American architect and Professor of Visionary Architecture at European Graduate School, Lebbeus Woods, has written a series of posts explaining why he chose architecture as a profession. Not only can he draw, but he also writes beautifully.
Below is an excerpt from part 2. Start with Part 1.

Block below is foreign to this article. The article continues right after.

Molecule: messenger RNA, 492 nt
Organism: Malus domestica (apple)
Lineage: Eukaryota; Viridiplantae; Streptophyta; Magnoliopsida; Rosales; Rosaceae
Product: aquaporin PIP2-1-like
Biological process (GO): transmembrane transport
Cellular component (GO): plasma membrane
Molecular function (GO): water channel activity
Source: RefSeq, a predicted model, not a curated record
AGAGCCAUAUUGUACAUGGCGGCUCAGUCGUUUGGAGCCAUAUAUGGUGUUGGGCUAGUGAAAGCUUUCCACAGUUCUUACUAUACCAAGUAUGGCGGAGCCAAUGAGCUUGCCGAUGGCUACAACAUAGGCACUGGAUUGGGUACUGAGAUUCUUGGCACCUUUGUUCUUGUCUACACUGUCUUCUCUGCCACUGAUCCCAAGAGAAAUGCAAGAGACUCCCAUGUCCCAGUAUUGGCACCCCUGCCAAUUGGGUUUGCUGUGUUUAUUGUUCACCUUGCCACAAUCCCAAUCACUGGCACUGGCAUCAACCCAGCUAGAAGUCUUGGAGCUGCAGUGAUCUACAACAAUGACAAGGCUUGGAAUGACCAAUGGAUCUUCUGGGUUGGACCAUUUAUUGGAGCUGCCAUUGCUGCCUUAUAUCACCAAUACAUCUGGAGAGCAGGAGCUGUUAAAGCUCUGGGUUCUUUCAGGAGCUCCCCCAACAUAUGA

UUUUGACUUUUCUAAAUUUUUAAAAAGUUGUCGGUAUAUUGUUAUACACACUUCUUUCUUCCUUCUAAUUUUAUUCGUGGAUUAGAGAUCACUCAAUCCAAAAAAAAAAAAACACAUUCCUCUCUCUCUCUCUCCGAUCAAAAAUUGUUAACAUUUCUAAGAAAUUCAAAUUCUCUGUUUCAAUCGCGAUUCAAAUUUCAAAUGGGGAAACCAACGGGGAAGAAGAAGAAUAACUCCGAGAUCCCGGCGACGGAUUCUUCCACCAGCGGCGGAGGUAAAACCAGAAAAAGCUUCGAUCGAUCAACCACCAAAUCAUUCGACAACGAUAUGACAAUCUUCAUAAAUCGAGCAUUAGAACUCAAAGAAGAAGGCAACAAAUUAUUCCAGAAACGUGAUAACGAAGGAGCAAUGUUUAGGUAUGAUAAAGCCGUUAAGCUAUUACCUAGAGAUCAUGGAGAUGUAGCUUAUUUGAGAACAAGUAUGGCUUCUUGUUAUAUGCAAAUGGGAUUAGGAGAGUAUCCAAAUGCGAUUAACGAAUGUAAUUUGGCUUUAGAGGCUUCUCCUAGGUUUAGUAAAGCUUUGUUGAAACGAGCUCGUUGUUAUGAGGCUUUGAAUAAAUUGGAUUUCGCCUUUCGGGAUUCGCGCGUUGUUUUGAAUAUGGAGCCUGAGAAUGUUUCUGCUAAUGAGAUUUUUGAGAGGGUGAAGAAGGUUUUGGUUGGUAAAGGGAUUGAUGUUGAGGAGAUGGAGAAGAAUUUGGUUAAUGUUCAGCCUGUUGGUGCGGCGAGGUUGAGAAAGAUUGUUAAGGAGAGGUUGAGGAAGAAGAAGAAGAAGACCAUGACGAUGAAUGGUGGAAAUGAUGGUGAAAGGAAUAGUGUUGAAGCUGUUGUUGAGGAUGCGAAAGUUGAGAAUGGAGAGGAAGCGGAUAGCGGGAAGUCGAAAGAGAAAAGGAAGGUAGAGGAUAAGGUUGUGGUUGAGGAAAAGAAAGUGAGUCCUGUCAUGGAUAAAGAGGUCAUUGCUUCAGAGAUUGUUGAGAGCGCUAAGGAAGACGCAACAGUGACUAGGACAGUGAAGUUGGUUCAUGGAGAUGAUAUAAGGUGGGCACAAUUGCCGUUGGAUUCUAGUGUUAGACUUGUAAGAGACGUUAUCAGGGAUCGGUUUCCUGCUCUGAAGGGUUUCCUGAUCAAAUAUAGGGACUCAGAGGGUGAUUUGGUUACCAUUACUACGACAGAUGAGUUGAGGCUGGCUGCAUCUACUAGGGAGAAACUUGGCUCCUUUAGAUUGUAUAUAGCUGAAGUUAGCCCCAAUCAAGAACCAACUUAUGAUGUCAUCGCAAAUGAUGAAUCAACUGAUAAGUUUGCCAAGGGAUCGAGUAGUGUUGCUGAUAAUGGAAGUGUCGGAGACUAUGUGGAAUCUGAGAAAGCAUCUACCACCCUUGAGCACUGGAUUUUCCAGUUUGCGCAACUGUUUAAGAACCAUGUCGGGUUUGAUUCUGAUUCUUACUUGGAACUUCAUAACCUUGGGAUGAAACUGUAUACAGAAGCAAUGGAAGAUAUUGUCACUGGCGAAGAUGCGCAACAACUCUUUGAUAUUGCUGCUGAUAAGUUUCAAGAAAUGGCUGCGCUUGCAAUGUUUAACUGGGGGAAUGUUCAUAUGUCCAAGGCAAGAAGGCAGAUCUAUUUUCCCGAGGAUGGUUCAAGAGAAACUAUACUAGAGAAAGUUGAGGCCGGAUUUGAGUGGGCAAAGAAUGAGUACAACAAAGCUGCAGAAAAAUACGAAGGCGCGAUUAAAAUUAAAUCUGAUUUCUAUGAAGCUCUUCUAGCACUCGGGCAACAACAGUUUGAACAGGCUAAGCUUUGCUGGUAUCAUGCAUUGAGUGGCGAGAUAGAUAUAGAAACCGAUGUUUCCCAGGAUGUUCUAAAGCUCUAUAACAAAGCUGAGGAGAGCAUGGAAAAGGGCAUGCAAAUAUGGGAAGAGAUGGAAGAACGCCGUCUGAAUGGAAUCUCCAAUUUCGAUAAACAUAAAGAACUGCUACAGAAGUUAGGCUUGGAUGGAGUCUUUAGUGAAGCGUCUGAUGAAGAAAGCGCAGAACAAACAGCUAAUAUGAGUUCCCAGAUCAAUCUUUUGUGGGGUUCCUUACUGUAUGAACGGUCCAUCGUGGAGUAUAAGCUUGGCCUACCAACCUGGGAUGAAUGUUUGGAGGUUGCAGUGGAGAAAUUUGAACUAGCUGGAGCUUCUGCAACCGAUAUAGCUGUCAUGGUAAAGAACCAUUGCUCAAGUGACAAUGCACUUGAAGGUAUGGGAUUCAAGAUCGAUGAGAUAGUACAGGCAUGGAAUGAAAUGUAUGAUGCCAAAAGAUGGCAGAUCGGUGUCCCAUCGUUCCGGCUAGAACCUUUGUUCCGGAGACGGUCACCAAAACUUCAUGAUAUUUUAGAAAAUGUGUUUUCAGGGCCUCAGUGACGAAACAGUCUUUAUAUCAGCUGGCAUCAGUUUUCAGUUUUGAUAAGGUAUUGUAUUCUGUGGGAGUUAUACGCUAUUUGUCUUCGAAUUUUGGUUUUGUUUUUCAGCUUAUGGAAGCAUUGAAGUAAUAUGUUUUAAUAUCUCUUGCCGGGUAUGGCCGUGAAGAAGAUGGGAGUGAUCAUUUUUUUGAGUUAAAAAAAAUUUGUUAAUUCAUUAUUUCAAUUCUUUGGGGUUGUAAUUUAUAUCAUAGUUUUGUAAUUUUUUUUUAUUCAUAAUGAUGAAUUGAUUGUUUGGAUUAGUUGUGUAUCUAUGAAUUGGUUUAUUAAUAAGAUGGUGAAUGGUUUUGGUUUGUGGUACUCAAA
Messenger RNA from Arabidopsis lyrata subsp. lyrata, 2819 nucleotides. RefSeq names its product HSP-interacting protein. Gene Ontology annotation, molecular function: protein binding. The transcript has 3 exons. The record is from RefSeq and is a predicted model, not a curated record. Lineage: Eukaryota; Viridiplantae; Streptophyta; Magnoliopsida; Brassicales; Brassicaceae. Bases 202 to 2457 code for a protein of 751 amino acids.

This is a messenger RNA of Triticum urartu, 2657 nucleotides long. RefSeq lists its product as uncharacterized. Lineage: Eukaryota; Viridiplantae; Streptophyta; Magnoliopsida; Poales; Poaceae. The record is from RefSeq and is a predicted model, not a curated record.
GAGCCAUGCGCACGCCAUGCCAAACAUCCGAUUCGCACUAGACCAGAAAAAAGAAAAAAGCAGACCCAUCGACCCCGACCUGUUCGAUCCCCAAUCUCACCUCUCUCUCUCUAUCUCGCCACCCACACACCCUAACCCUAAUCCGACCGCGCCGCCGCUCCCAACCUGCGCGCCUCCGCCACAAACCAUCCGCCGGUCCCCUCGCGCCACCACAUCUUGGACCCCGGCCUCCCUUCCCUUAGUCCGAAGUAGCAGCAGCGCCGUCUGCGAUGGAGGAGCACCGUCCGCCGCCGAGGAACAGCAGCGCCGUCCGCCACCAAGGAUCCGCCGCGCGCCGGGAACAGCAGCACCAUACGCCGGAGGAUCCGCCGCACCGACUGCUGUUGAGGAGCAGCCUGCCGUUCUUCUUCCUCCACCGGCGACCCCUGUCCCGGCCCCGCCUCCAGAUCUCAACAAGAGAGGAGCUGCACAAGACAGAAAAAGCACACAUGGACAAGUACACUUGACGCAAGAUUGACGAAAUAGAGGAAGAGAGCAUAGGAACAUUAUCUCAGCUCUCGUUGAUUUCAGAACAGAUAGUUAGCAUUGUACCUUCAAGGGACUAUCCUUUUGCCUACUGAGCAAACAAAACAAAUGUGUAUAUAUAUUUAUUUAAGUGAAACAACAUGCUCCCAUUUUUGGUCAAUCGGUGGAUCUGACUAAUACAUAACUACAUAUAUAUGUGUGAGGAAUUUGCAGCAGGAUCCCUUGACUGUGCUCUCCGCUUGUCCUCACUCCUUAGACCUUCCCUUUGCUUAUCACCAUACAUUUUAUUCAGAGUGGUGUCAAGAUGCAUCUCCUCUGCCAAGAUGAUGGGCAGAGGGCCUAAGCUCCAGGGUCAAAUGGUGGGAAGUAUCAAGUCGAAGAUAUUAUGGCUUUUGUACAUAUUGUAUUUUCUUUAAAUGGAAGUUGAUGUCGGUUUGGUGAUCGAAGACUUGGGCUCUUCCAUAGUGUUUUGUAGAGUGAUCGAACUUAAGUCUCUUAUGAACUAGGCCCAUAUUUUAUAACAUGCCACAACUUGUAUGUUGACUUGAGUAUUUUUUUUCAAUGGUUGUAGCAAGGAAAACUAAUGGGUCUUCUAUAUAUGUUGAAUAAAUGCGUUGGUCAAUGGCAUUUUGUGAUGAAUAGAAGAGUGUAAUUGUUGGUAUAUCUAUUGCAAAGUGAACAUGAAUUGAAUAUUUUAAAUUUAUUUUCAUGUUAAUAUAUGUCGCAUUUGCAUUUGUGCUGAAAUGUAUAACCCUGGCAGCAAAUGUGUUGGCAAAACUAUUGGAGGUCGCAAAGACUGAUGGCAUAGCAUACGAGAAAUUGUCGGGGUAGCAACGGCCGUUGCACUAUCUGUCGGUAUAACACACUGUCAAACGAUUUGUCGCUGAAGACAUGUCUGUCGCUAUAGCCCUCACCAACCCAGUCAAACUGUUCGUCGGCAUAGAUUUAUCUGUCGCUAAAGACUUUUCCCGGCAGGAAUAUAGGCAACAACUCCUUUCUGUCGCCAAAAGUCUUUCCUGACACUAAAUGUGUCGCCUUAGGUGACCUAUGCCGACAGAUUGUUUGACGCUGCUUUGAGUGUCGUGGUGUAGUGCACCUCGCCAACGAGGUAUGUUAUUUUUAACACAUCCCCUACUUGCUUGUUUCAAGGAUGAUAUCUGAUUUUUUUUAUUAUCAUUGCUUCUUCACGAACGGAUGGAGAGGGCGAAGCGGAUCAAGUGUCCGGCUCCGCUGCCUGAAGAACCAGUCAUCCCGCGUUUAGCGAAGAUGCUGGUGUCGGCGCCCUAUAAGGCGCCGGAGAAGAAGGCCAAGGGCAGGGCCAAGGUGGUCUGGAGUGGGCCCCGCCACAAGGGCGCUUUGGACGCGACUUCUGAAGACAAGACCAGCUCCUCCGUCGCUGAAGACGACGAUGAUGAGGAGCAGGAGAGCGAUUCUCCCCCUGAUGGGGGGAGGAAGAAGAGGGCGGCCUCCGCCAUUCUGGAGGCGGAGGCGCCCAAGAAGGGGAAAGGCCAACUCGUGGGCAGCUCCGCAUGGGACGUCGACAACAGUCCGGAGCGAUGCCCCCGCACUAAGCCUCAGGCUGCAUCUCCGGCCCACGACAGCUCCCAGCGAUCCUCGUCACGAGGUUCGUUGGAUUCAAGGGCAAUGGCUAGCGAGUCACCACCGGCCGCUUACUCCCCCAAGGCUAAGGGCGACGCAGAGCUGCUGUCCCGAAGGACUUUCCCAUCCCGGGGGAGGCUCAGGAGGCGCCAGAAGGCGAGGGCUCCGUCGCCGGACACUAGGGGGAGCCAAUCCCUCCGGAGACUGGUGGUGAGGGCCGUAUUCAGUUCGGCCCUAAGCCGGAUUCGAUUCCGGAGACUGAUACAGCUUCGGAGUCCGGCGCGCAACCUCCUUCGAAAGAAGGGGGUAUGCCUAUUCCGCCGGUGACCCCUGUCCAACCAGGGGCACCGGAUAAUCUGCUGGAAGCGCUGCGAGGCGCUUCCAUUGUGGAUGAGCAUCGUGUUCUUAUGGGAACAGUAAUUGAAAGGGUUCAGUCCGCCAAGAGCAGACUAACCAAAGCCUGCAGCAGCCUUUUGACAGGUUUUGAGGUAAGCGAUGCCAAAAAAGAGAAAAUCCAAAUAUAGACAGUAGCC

From the present, it’s easy to see the direction this is leading, but all those years ago it was by no means clear. The marriage of light and geometry does indeed find its consummation in architecture, but for me it did not come about so easily. At age eighteen I entered a fine school of engineering, then transferred to a fine school of architecture, finishing there when I was twenty-four. After ten or so years of working in corporate offices, learning what it meant to build—and leading a rather turbulent life—I went out on my own. Throughout all this time, I continued to make paintings, hoping that in this way I would give worthy form to the questions that had beset me since the days I confronted the easel in the living room of my mother’s house—but never doing so. It was not until I was thirty-eight that I began to put the pieces together in drawing my idea of what architecture could be, and made a total commitment. The turbulence, of course, has continued, sometimes on the paper and sometimes off, yet it was only then that I finally did become an architect.